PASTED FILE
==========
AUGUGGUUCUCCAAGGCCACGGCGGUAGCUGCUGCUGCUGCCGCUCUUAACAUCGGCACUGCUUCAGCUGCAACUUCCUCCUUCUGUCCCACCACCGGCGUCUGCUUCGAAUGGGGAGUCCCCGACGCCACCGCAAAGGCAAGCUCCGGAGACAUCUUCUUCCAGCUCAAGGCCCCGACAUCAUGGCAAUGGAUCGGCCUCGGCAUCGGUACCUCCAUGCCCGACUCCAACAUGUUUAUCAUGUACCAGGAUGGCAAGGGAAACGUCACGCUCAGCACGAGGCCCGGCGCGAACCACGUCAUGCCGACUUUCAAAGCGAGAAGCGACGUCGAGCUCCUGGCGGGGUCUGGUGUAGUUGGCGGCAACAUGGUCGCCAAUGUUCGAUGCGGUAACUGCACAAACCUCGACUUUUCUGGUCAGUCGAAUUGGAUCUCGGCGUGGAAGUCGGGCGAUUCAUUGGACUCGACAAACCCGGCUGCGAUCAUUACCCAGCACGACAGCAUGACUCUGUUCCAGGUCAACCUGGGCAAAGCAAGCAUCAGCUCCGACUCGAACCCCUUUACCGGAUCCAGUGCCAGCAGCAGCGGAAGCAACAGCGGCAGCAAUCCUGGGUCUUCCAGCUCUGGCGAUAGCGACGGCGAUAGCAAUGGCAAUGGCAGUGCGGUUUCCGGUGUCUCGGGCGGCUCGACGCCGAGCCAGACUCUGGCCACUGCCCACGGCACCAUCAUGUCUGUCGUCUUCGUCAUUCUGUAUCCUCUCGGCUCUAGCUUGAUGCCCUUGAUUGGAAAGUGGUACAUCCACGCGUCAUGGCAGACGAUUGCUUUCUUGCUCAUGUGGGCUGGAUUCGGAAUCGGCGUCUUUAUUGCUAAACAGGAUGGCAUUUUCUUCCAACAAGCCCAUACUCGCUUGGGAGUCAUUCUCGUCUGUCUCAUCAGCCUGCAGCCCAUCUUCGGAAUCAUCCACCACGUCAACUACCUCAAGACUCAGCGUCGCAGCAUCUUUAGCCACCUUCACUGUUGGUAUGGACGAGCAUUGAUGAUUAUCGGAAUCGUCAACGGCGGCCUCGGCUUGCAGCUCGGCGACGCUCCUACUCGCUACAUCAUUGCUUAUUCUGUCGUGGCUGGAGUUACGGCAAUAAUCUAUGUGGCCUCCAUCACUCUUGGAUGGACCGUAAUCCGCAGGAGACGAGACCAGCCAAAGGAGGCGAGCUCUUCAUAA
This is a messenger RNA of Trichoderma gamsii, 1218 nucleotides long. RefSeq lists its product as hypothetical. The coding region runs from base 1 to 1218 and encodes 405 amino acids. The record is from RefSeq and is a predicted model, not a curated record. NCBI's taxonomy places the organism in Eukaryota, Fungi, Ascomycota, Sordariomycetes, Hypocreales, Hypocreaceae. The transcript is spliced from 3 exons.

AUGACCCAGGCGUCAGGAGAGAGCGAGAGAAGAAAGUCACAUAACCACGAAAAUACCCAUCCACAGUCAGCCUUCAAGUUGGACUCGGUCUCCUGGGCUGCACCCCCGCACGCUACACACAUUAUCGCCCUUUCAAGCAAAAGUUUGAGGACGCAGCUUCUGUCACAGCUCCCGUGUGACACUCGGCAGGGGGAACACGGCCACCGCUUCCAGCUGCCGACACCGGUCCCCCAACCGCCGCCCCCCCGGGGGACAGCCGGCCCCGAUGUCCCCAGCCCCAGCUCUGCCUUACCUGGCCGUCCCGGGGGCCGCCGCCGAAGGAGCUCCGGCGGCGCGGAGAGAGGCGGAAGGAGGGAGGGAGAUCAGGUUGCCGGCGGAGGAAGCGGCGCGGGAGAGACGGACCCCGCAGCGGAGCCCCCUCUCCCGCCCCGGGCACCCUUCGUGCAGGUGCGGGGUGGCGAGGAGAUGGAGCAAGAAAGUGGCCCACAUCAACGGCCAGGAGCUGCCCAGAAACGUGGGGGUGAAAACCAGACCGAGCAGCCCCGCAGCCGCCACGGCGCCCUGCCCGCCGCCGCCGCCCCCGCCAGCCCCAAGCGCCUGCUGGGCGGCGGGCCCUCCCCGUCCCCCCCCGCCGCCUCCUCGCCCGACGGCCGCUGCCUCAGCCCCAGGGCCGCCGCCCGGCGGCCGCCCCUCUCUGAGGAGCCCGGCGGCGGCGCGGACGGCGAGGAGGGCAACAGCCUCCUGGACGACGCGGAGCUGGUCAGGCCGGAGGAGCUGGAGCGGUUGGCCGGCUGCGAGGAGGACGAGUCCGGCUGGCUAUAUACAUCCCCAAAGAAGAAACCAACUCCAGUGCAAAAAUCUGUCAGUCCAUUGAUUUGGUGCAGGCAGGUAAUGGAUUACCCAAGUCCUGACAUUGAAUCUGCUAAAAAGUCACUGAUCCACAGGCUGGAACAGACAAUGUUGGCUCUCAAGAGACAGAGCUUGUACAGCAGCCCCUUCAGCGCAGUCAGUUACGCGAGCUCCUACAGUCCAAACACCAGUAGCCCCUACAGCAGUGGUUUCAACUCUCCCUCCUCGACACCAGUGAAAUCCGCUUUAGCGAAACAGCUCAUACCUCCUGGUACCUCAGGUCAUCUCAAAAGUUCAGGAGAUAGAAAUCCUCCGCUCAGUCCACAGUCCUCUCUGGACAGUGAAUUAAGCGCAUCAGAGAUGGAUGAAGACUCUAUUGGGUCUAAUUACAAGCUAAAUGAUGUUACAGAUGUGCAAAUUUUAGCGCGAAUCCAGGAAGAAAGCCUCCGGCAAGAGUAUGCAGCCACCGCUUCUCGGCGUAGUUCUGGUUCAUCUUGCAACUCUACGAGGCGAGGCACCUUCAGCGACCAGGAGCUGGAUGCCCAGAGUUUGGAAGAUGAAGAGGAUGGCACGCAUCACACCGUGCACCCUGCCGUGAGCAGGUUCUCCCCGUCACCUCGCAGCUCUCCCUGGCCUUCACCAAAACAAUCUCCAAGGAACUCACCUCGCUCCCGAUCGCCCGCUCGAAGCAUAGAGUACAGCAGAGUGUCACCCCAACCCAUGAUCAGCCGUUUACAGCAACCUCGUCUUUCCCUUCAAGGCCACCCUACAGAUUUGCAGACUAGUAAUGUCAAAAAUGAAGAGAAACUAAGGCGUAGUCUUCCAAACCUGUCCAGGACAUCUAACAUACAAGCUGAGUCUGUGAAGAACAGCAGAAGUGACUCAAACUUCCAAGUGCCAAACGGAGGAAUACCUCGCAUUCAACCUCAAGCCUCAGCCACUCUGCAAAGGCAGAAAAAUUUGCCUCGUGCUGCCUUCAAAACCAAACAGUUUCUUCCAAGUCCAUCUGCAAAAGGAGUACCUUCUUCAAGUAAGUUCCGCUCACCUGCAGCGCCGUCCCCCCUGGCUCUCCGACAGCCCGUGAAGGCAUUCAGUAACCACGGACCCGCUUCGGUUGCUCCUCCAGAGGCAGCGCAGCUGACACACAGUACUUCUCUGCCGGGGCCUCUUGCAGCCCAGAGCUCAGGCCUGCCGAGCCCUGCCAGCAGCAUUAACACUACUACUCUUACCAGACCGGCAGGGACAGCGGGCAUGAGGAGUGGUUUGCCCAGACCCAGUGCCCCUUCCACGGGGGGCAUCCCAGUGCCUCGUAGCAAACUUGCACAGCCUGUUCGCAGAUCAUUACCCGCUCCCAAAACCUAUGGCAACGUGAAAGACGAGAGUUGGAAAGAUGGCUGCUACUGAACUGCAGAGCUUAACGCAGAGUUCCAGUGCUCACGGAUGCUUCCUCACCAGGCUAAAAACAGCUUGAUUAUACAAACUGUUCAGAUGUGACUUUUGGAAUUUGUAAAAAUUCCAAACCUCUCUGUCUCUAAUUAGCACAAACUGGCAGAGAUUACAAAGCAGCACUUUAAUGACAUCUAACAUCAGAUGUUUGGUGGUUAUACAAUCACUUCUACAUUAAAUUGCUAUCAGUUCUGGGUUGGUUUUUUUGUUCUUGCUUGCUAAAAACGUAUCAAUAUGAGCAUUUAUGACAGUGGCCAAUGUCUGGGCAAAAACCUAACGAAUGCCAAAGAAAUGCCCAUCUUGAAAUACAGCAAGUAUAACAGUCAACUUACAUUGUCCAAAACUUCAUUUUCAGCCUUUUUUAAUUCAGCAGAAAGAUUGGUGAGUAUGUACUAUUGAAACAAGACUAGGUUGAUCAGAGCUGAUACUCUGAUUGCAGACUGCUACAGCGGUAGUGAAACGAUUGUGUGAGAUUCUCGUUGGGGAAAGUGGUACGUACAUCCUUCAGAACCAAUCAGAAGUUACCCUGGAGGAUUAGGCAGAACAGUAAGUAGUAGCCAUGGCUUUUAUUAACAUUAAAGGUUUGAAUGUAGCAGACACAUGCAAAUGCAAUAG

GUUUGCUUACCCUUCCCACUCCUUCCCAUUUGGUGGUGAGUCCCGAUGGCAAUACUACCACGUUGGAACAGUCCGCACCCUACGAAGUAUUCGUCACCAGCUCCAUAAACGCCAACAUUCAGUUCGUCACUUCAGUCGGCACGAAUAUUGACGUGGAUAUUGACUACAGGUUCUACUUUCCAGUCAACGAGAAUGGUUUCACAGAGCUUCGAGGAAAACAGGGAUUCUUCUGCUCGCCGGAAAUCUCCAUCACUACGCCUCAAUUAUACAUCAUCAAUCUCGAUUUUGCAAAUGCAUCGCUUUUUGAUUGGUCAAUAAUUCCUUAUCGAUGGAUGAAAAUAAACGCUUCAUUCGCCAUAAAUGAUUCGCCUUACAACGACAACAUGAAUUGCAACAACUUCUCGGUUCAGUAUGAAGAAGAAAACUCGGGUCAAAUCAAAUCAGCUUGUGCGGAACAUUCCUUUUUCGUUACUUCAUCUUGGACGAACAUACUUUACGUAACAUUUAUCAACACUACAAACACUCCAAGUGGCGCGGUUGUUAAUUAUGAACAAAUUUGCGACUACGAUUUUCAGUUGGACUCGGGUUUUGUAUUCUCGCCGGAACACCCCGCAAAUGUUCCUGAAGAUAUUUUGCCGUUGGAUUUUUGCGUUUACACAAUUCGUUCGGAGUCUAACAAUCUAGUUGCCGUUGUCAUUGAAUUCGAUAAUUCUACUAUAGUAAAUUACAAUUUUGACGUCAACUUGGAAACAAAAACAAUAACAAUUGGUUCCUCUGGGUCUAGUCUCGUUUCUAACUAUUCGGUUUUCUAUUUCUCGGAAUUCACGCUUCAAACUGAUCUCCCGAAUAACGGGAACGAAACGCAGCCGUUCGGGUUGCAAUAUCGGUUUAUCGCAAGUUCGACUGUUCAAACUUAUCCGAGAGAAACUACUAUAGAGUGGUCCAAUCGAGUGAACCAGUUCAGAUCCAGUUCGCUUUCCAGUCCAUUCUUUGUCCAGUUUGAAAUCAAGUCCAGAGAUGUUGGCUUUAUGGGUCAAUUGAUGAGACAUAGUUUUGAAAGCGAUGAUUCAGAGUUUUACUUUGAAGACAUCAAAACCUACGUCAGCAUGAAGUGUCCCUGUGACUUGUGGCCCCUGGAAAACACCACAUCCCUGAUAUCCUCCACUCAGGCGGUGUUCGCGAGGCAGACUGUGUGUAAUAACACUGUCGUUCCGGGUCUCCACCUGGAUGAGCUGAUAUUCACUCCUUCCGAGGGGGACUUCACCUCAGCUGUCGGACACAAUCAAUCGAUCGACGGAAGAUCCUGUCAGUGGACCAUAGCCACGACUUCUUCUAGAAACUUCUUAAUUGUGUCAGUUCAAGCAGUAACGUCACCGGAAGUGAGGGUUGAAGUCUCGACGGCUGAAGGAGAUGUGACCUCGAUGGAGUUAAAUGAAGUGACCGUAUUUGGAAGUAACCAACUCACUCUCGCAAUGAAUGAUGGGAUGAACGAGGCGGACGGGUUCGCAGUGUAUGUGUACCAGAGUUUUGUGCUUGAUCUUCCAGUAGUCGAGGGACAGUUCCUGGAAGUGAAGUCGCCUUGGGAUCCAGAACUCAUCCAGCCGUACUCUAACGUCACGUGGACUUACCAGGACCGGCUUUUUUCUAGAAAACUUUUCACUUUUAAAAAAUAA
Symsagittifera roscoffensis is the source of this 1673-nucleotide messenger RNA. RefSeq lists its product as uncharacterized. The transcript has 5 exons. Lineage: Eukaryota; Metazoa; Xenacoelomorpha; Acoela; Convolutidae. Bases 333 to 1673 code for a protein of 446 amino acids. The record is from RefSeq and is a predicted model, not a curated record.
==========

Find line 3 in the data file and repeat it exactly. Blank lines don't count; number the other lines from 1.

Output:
AUGACCCAGGCGUCAGGAGAGAGCGAGAGAAGAAAGUCACAUAACCACGAAAAUACCCAUCCACAGUCAGCCUUCAAGUUGGACUCGGUCUCCUGGGCUGCACCCCCGCACGCUACACACAUUAUCGCCCUUUCAAGCAAAAGUUUGAGGACGCAGCUUCUGUCACAGCUCCCGUGUGACACUCGGCAGGGGGAACACGGCCACCGCUUCCAGCUGCCGACACCGGUCCCCCAACCGCCGCCCCCCCGGGGGACAGCCGGCCCCGAUGUCCCCAGCCCCAGCUCUGCCUUACCUGGCCGUCCCGGGGGCCGCCGCCGAAGGAGCUCCGGCGGCGCGGAGAGAGGCGGAAGGAGGGAGGGAGAUCAGGUUGCCGGCGGAGGAAGCGGCGCGGGAGAGACGGACCCCGCAGCGGAGCCCCCUCUCCCGCCCCGGGCACCCUUCGUGCAGGUGCGGGGUGGCGAGGAGAUGGAGCAAGAAAGUGGCCCACAUCAACGGCCAGGAGCUGCCCAGAAACGUGGGGGUGAAAACCAGACCGAGCAGCCCCGCAGCCGCCACGGCGCCCUGCCCGCCGCCGCCGCCCCCGCCAGCCCCAAGCGCCUGCUGGGCGGCGGGCCCUCCCCGUCCCCCCCCGCCGCCUCCUCGCCCGACGGCCGCUGCCUCAGCCCCAGGGCCGCCGCCCGGCGGCCGCCCCUCUCUGAGGAGCCCGGCGGCGGCGCGGACGGCGAGGAGGGCAACAGCCUCCUGGACGACGCGGAGCUGGUCAGGCCGGAGGAGCUGGAGCGGUUGGCCGGCUGCGAGGAGGACGAGUCCGGCUGGCUAUAUACAUCCCCAAAGAAGAAACCAACUCCAGUGCAAAAAUCUGUCAGUCCAUUGAUUUGGUGCAGGCAGGUAAUGGAUUACCCAAGUCCUGACAUUGAAUCUGCUAAAAAGUCACUGAUCCACAGGCUGGAACAGACAAUGUUGGCUCUCAAGAGACAGAGCUUGUACAGCAGCCCCUUCAGCGCAGUCAGUUACGCGAGCUCCUACAGUCCAAACACCAGUAGCCCCUACAGCAGUGGUUUCAACUCUCCCUCCUCGACACCAGUGAAAUCCGCUUUAGCGAAACAGCUCAUACCUCCUGGUACCUCAGGUCAUCUCAAAAGUUCAGGAGAUAGAAAUCCUCCGCUCAGUCCACAGUCCUCUCUGGACAGUGAAUUAAGCGCAUCAGAGAUGGAUGAAGACUCUAUUGGGUCUAAUUACAAGCUAAAUGAUGUUACAGAUGUGCAAAUUUUAGCGCGAAUCCAGGAAGAAAGCCUCCGGCAAGAGUAUGCAGCCACCGCUUCUCGGCGUAGUUCUGGUUCAUCUUGCAACUCUACGAGGCGAGGCACCUUCAGCGACCAGGAGCUGGAUGCCCAGAGUUUGGAAGAUGAAGAGGAUGGCACGCAUCACACCGUGCACCCUGCCGUGAGCAGGUUCUCCCCGUCACCUCGCAGCUCUCCCUGGCCUUCACCAAAACAAUCUCCAAGGAACUCACCUCGCUCCCGAUCGCCCGCUCGAAGCAUAGAGUACAGCAGAGUGUCACCCCAACCCAUGAUCAGCCGUUUACAGCAACCUCGUCUUUCCCUUCAAGGCCACCCUACAGAUUUGCAGACUAGUAAUGUCAAAAAUGAAGAGAAACUAAGGCGUAGUCUUCCAAACCUGUCCAGGACAUCUAACAUACAAGCUGAGUCUGUGAAGAACAGCAGAAGUGACUCAAACUUCCAAGUGCCAAACGGAGGAAUACCUCGCAUUCAACCUCAAGCCUCAGCCACUCUGCAAAGGCAGAAAAAUUUGCCUCGUGCUGCCUUCAAAACCAAACAGUUUCUUCCAAGUCCAUCUGCAAAAGGAGUACCUUCUUCAAGUAAGUUCCGCUCACCUGCAGCGCCGUCCCCCCUGGCUCUCCGACAGCCCGUGAAGGCAUUCAGUAACCACGGACCCGCUUCGGUUGCUCCUCCAGAGGCAGCGCAGCUGACACACAGUACUUCUCUGCCGGGGCCUCUUGCAGCCCAGAGCUCAGGCCUGCCGAGCCCUGCCAGCAGCAUUAACACUACUACUCUUACCAGACCGGCAGGGACAGCGGGCAUGAGGAGUGGUUUGCCCAGACCCAGUGCCCCUUCCACGGGGGGCAUCCCAGUGCCUCGUAGCAAACUUGCACAGCCUGUUCGCAGAUCAUUACCCGCUCCCAAAACCUAUGGCAACGUGAAAGACGAGAGUUGGAAAGAUGGCUGCUACUGAACUGCAGAGCUUAACGCAGAGUUCCAGUGCUCACGGAUGCUUCCUCACCAGGCUAAAAACAGCUUGAUUAUACAAACUGUUCAGAUGUGACUUUUGGAAUUUGUAAAAAUUCCAAACCUCUCUGUCUCUAAUUAGCACAAACUGGCAGAGAUUACAAAGCAGCACUUUAAUGACAUCUAACAUCAGAUGUUUGGUGGUUAUACAAUCACUUCUACAUUAAAUUGCUAUCAGUUCUGGGUUGGUUUUUUUGUUCUUGCUUGCUAAAAACGUAUCAAUAUGAGCAUUUAUGACAGUGGCCAAUGUCUGGGCAAAAACCUAACGAAUGCCAAAGAAAUGCCCAUCUUGAAAUACAGCAAGUAUAACAGUCAACUUACAUUGUCCAAAACUUCAUUUUCAGCCUUUUUUAAUUCAGCAGAAAGAUUGGUGAGUAUGUACUAUUGAAACAAGACUAGGUUGAUCAGAGCUGAUACUCUGAUUGCAGACUGCUACAGCGGUAGUGAAACGAUUGUGUGAGAUUCUCGUUGGGGAAAGUGGUACGUACAUCCUUCAGAACCAAUCAGAAGUUACCCUGGAGGAUUAGGCAGAACAGUAAGUAGUAGCCAUGGCUUUUAUUAACAUUAAAGGUUUGAAUGUAGCAGACACAUGCAAAUGCAAUAG